Jun 9, 2022 - Podcasts

Gut-wrenching gun violence testimony in Washington

Yesterday, the House of Representatives held hearings on gun violence which included some wrenching testimony from those involved in recent mass shootings in Uvalde and Buffalo. How those voices could affect the gun debate.

  • Plus, teachers are being pushed to the brink.

Guests: Abby Livingston, D.C. bureau chief for the Texas Tribune, and Axios' Erica Pandey.

Credits: Axios Today is produced by Niala Boodhoo, Sara Kehaulani Goo, Alexandra Botti, Nuria Marquez Martinez, and Alex Sugiura. Music is composed by Evan Viola. You can reach us at [email protected]. You can text questions, comments and story ideas to Niala as a text or voice memo to 202-918-4893.

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NIALA: Good morning. Welcome to Axios Today.

It’s Thursday, June 9th.

I’m Niala Boodhoo.

Today: teachers are being pushed to the brink.

First, our One Big Thing: graphic, and gut-wrenching gun violence testimony in Washington – and whether it could lead to change.

Yesterday, the House of Representatives held hearings on gun violence which included some wrenching testimony from those involved in recent mass shootings in Uvalde and Buffalo:

11 year old Miah Cerrillo described how she survived the Uvalde shooting by playing dead.

MIAH CERRILLO: He shot my friend that was next to me and I thought he was going to come back to the room. So I got a little blood and I put it all over me.

NIALA: And Kimberly Rubio, the mother of one of the victims at Robb Elementary School, shared her final encounter with her daughter:

KIMBERLY RUBIO: We promised to get her ice cream that evening. I told her we loved her and we would pick her up after school. I could still see her walking with us toward the exit. In the reel that keeps scrolling across my memories, she turns her head and smiles back at us to acknowledge my promise. And then we left. I left my daughter at that school and that decision will haunt me for the rest of my life.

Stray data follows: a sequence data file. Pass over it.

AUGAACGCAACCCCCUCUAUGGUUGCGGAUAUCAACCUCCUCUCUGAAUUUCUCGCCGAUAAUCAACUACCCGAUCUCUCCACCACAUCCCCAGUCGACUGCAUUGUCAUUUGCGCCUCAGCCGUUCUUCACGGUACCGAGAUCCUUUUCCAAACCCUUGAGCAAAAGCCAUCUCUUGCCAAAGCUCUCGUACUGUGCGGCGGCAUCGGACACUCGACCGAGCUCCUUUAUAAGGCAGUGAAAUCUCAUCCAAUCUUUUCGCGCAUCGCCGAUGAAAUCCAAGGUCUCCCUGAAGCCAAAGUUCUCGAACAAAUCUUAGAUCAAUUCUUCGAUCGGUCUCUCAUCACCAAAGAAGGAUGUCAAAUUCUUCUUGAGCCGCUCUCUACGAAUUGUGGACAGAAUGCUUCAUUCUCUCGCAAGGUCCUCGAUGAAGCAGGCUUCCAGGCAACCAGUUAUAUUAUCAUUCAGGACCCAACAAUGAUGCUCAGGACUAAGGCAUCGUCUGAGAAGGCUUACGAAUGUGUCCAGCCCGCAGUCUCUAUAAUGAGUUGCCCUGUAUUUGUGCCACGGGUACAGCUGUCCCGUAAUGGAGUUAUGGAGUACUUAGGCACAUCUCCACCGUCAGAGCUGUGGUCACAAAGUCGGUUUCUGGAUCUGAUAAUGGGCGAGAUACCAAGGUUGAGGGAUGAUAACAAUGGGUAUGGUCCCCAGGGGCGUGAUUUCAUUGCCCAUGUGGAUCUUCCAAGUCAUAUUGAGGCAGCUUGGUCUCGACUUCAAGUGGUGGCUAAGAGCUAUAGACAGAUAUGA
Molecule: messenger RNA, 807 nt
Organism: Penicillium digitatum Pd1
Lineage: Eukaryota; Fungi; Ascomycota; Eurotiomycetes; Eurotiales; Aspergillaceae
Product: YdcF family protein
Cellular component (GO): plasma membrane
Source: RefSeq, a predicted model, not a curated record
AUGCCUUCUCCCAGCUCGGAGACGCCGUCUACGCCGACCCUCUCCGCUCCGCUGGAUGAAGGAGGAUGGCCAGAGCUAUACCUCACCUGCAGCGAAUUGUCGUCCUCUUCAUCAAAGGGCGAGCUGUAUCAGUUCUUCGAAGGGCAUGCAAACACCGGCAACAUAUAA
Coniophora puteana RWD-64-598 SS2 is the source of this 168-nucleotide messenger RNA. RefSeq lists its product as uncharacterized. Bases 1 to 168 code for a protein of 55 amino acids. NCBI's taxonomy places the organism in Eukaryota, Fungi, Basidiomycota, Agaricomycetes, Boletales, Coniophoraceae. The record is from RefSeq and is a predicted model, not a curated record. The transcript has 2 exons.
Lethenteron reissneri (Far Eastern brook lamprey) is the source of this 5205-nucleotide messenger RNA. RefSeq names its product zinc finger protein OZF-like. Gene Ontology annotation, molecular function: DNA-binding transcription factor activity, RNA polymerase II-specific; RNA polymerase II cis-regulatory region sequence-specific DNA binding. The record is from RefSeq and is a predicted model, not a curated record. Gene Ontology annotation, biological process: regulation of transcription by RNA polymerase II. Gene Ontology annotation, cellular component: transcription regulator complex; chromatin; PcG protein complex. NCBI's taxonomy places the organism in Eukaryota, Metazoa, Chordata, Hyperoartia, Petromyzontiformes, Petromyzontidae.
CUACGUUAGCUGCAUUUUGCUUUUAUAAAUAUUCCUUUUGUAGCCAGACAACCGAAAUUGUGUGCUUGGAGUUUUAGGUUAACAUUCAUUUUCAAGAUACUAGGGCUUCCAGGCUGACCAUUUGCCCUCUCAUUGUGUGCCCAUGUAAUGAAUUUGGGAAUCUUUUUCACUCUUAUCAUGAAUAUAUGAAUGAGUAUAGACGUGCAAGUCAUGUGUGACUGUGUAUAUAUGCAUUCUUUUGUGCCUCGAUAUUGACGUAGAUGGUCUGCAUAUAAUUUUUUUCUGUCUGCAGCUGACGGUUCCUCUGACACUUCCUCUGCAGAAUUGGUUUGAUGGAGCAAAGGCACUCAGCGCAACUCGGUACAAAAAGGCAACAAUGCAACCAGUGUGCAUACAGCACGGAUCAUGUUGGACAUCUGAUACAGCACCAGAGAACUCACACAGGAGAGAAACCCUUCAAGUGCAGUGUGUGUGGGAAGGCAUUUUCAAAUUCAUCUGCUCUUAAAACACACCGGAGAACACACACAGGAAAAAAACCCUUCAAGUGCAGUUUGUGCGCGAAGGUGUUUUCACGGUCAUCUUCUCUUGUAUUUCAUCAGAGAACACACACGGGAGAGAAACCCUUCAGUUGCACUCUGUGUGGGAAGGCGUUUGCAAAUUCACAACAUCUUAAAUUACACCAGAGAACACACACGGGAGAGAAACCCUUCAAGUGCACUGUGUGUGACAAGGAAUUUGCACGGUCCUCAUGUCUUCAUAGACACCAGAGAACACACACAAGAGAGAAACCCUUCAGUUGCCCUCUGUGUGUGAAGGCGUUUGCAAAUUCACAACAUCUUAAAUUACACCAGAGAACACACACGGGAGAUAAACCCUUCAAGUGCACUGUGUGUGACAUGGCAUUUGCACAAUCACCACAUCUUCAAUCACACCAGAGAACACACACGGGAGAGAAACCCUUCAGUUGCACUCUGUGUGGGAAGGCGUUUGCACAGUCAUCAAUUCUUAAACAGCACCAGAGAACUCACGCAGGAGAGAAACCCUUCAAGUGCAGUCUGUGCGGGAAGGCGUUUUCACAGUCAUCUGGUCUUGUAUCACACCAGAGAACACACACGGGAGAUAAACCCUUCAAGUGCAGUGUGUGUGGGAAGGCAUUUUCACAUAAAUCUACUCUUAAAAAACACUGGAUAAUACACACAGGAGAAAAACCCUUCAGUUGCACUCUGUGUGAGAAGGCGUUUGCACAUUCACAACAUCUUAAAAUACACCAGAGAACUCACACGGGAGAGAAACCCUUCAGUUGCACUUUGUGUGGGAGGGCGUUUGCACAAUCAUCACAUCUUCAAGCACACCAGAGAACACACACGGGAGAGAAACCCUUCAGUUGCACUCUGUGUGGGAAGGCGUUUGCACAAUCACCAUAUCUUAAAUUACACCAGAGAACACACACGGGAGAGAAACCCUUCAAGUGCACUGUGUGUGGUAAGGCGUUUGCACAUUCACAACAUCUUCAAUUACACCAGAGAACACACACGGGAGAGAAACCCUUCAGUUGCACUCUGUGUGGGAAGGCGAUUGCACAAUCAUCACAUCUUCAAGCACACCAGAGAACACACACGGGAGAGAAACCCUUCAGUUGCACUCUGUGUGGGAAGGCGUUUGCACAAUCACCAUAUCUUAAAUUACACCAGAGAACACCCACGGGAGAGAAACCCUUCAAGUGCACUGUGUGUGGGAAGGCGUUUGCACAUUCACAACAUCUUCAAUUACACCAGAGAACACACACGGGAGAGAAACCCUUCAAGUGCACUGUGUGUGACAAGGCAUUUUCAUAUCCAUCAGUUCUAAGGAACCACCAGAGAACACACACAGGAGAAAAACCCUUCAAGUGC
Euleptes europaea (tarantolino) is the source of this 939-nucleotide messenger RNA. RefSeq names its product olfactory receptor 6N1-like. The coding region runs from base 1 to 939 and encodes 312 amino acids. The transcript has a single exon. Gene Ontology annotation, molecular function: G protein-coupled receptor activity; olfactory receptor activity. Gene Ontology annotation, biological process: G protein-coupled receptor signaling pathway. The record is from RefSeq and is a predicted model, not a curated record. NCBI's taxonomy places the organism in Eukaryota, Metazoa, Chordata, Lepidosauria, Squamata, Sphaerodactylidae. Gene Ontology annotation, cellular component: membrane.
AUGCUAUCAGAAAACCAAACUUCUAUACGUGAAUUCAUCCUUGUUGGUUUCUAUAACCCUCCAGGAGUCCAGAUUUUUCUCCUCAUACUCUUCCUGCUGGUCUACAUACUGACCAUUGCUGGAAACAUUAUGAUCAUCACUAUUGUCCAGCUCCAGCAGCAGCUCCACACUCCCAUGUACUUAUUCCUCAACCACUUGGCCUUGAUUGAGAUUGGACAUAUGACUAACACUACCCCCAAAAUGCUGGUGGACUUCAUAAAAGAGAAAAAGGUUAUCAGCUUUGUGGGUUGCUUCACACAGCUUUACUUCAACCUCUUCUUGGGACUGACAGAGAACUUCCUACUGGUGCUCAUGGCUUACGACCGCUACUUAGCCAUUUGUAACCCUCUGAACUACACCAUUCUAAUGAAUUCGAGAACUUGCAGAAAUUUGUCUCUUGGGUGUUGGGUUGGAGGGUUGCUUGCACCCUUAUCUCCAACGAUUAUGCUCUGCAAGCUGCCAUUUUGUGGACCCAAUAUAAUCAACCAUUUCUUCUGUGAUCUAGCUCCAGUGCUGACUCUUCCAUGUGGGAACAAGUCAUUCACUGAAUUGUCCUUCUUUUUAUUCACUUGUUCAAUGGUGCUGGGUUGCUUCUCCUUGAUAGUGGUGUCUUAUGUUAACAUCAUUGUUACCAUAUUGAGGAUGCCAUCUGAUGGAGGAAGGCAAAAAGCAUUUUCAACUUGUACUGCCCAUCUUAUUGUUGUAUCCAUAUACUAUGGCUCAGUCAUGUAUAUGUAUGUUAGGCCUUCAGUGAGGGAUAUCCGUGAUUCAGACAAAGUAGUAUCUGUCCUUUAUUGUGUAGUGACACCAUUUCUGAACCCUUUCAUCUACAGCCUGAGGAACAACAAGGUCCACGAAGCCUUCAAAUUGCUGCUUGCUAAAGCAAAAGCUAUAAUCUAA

NIALA: There were pleas to Congress to pass laws that would prevent future mass shootings. Zeneta Everhart’s son Zaire, was injured in the shooting in Buffalo, NY.

ZENETA EVERHART: If after hearing from me and the other people testifying here today does not move you to act on gun laws. I invite you to my home to help me clean Zaire’s's wounds so that you may see up close the damage that has been caused to my son and to my community.

NIALA: Abby Livingston is the DC bureau chief for the Texas Tribune. Hi Abby.


NIALA: Abby, what struck you about yesterday's hearing?

ABBY: I would say it was the language used. And by that, I mean, if you, if you look at Ms. Rubio. She is a journalist. She worked in the newsroom and that's how she first heard about this through the police scanner. And so I think she demonstrates what all the witnesses did, was there was so much detail, so many descriptive words to just express how graphic, how miserable, how disastrous this event, these two events were.

NIALA: Is it fair to say that we heard the same responses we've heard in the past from both parties?

ABBY: I think it's mostly fair. Republicans very much went back to their usual points about gun regulation, which is that schools need to be secured. And that's that sort of line of thinking. It was not with the theme of the majority's message, which was looking at this as an epidemic and what the culpability of the gun manufacturers is in this context.